Thomas Nemel Blog | NASA Space Apps Challenge Shares Information To Help Mankind With Help From Max Polyakov | Talkmarkets

NASA Space Apps Challenge Shares Information To Help Mankind With Help From Max Polyakov

Date: Wednesday, September 20, 2017 11:26 AM EST

Image Credit: Nasa Space App Challenge Dnipro via FB

If the height of human endeavor lies in exploring the space, then we are drawing closer to that through the instrumentality of the NASA Space Apps Challenge. The technologies that were showcased in the competition of 2017 are capable of not only taking us to the stars, but can also get the stars closer to us.

In the hackathon named NASA’s Space Apps Challenge, young developers and space enthusiasts were given the task of finding solutions to problems being handled by experts. This codefest has been a gathering of best brains that collaborate to discover enduring solutions to mankind’s problems.

More than 15,000 technologists, architects, manufacturers, newsmen, designers, scientists and programmers slugged it out in this year’s edition. Issues of managing natural disasters, chronic inroads by invasive species, excessive use of energy, and hunger in the world were tackled. Space Apps global involvement is growing rapidly and many more countries join the challenge network every year. For instance, this year the hackathon was hosted in Ukraine thanks to Max Polyakov, managing partner at Noosphere Ventures.

The volume of data collected and disseminated by NASA is too much for it to handle. This is what Data Analytics solutions in earth observation and imagery analytics by EOS is meant for. According to Max Polyakov, one major issue that the 2017 event addressed was how to get this data to more people. This is what EOS Inc. of Noosphere Ventures and the National Aeronautics and Space Administration are championing.

That fact can only be established with numbers, and data is the core of science is not lost on them. However, when an overly huge chunk of data is available, it could lead to some doubt about the facts that are coming out from it. This is mitigated when people are made to get hold of this data in its original form and disperse it to the world.

Image Credit: Nasa Space App Challenge Dnipro via

To buttress the significance of these stories, the NASA Space Apps Challenge went into a collaborative pact with the Director of Storytelling & Engagement at SecondMuse, Davar Ardalan. Disseminating information about the benefits that local communities are enjoying from the app and how it has connected people to space more practically became her responsibility. She cannot accomplish this without some resources, and they include:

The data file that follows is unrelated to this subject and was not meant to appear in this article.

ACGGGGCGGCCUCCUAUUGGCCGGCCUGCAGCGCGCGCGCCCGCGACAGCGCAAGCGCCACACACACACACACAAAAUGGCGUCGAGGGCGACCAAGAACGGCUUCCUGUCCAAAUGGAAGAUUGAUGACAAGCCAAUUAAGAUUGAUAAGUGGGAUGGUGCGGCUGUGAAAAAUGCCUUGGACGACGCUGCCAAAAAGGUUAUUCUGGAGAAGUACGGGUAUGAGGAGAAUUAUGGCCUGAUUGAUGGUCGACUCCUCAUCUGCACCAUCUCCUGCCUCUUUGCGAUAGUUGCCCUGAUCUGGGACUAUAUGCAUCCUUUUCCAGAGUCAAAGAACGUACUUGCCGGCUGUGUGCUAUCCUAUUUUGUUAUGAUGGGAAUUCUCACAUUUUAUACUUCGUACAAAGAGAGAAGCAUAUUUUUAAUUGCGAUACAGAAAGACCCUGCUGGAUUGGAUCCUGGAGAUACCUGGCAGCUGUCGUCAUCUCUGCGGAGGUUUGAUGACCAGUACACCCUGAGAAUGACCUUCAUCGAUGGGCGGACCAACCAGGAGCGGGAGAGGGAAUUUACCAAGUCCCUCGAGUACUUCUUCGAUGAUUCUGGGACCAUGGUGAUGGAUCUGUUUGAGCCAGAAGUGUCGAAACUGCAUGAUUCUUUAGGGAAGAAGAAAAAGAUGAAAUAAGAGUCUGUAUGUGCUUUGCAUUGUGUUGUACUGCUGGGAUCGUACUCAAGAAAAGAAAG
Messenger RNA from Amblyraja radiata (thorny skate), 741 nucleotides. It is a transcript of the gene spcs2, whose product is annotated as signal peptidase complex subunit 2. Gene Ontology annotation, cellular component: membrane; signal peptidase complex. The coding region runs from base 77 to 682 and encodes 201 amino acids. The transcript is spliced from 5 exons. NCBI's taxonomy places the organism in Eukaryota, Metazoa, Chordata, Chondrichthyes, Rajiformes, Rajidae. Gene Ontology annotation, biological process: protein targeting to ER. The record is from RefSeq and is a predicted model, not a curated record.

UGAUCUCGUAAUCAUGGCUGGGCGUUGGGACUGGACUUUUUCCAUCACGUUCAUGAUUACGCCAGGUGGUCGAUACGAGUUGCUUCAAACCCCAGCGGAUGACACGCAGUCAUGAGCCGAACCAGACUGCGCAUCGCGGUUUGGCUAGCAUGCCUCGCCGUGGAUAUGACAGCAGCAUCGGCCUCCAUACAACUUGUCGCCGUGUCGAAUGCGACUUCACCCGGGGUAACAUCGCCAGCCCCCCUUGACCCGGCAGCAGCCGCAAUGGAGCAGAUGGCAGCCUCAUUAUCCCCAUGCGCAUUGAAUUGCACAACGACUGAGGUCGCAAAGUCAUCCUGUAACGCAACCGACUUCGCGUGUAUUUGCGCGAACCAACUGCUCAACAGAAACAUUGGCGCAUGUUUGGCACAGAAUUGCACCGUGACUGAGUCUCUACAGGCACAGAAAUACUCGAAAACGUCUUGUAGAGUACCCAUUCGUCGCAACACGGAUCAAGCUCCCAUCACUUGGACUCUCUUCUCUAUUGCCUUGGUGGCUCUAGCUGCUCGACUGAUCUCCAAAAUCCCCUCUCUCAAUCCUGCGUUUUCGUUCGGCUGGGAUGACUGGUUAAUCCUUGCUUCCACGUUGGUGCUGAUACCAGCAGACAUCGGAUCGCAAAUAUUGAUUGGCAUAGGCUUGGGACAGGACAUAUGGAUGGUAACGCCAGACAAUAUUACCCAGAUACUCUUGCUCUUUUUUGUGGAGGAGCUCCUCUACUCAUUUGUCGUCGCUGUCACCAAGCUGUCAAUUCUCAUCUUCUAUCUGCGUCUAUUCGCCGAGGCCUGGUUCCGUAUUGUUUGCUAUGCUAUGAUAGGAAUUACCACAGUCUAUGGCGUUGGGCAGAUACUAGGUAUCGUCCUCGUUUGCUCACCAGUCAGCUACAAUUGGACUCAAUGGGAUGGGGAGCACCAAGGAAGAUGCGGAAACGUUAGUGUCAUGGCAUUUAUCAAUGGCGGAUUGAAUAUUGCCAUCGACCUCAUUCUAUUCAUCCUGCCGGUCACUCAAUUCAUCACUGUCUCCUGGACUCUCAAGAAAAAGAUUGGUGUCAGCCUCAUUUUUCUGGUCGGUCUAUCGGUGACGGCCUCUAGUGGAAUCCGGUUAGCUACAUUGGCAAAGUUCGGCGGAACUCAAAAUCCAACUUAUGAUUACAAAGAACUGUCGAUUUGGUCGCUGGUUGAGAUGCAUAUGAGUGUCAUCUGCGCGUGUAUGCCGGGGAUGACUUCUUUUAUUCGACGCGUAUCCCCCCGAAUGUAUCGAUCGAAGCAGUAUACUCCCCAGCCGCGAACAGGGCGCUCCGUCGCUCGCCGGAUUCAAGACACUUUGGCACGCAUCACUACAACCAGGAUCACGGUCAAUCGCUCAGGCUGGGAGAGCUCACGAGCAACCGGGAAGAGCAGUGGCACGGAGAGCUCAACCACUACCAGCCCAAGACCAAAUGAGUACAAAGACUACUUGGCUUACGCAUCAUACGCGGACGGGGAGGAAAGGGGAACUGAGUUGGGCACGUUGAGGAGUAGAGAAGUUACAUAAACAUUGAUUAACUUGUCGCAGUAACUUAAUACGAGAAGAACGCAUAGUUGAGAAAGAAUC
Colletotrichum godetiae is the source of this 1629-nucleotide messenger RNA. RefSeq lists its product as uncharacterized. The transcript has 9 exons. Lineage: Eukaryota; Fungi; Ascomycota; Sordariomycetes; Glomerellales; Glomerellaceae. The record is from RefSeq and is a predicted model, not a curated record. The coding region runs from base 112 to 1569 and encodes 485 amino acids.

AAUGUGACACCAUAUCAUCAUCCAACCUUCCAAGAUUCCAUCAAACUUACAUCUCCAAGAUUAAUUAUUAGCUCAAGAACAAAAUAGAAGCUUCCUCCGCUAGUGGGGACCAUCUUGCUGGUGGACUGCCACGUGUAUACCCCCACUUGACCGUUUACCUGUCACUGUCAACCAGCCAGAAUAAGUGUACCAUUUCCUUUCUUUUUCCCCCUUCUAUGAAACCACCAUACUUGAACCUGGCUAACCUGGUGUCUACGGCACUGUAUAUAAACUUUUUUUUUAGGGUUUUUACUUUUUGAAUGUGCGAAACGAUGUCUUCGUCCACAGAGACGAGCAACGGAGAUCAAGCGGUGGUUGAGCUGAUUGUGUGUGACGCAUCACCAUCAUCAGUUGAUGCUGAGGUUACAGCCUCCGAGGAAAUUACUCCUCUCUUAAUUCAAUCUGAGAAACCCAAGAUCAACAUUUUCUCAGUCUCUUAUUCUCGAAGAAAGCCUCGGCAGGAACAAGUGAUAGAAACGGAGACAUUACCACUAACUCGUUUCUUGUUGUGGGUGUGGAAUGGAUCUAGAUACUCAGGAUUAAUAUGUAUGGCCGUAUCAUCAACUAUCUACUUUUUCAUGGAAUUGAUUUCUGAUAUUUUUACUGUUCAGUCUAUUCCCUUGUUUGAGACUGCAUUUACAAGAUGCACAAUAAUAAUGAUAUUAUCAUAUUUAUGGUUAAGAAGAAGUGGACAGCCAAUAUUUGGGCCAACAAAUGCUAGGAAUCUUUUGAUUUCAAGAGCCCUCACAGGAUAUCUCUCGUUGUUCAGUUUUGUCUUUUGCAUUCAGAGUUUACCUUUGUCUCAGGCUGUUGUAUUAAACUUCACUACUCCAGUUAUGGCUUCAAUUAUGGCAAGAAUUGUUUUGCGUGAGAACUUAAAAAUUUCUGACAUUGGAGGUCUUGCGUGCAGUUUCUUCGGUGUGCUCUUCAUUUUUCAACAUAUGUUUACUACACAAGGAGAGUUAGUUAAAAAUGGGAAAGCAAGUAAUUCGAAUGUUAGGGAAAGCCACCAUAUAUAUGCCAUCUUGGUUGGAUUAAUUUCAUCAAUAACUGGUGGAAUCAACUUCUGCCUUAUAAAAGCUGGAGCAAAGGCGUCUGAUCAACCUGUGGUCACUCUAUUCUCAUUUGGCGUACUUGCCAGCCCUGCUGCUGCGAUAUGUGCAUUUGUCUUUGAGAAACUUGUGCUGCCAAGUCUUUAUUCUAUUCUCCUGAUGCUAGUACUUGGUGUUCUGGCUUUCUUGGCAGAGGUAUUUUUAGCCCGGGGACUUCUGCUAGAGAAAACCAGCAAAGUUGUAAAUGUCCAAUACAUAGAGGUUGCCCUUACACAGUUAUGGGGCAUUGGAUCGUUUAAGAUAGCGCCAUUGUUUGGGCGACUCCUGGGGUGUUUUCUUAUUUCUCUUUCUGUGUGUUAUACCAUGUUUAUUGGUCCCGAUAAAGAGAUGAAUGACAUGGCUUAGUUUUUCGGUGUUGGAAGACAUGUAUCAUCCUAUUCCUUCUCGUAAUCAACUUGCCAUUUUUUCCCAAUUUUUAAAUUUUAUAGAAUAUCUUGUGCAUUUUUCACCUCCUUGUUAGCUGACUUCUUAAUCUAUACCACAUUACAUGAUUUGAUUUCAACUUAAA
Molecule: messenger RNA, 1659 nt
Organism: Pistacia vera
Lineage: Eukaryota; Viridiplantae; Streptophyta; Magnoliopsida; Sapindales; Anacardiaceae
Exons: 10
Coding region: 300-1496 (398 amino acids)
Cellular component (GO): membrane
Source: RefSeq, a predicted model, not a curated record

A Launch Simulator developed by the DREAM SPACE SIMULATOR team merged a VR headset’s visual stimulus with a rotating chair's physical sensations. Rumble packs were used to get the chair to vibrate during takeoff, while sounds were incorporated from real life launches to realize this cheap design.

A special VR control glove was also designed and manufactured by the group to give this an original feel. This glove was designed to work with the virtual objects when in use. Original data and telemetry from NASA were used for this experiment in the bid to ensure that the users are getting a similar feeling to what an astronaut experiences, even without a sick sack.

The Spacego team comprises of University of Moratuwa, Sri Lanka students. Working with multiple orbiting satellite’s telemetry and data, they induced the feeling one can get when one travels the entire earth at thousands of kilometers an hour on the space vehicles. The images that could be seen by scientists on the satellite are also available users of this induced reality when they move the camera view around. They also have the chance to visualize images that are available to the R2-D2, even though humans cannot survive on these vehicles.

The last group is named Spacer, and they came from the first ever hackathon to be held in the city of Dnipro, Ukraine, supported by Noosphere Venture manager, Max Polyakov. He doubles as CEO of EOS Data Analytics that also works in the space industry and supported the Space Apps. The project Diversity by this third group took things to the next level. The team not only focused on stimulating brains to think that they were in space, they developed a practical workspace where developers and engineers could do their work as if they were on a spaceship.

3d printers, augmented reality and balloon environments were used by scientists to explore and experiment their ideas. This gets testers to feel what being an astronaut is like as they are placed in the position of astronauts.

NASA is very happy about the advancements in technology achieved. But she is happier that these innovations will say a lot to the people. For them, the technologies move further from the story of man to that of the entire planet. Carl Sagan said that mankind is the voice of the earth, so she should preserve not only herself, but also the earth that brought and nurtured all of us.

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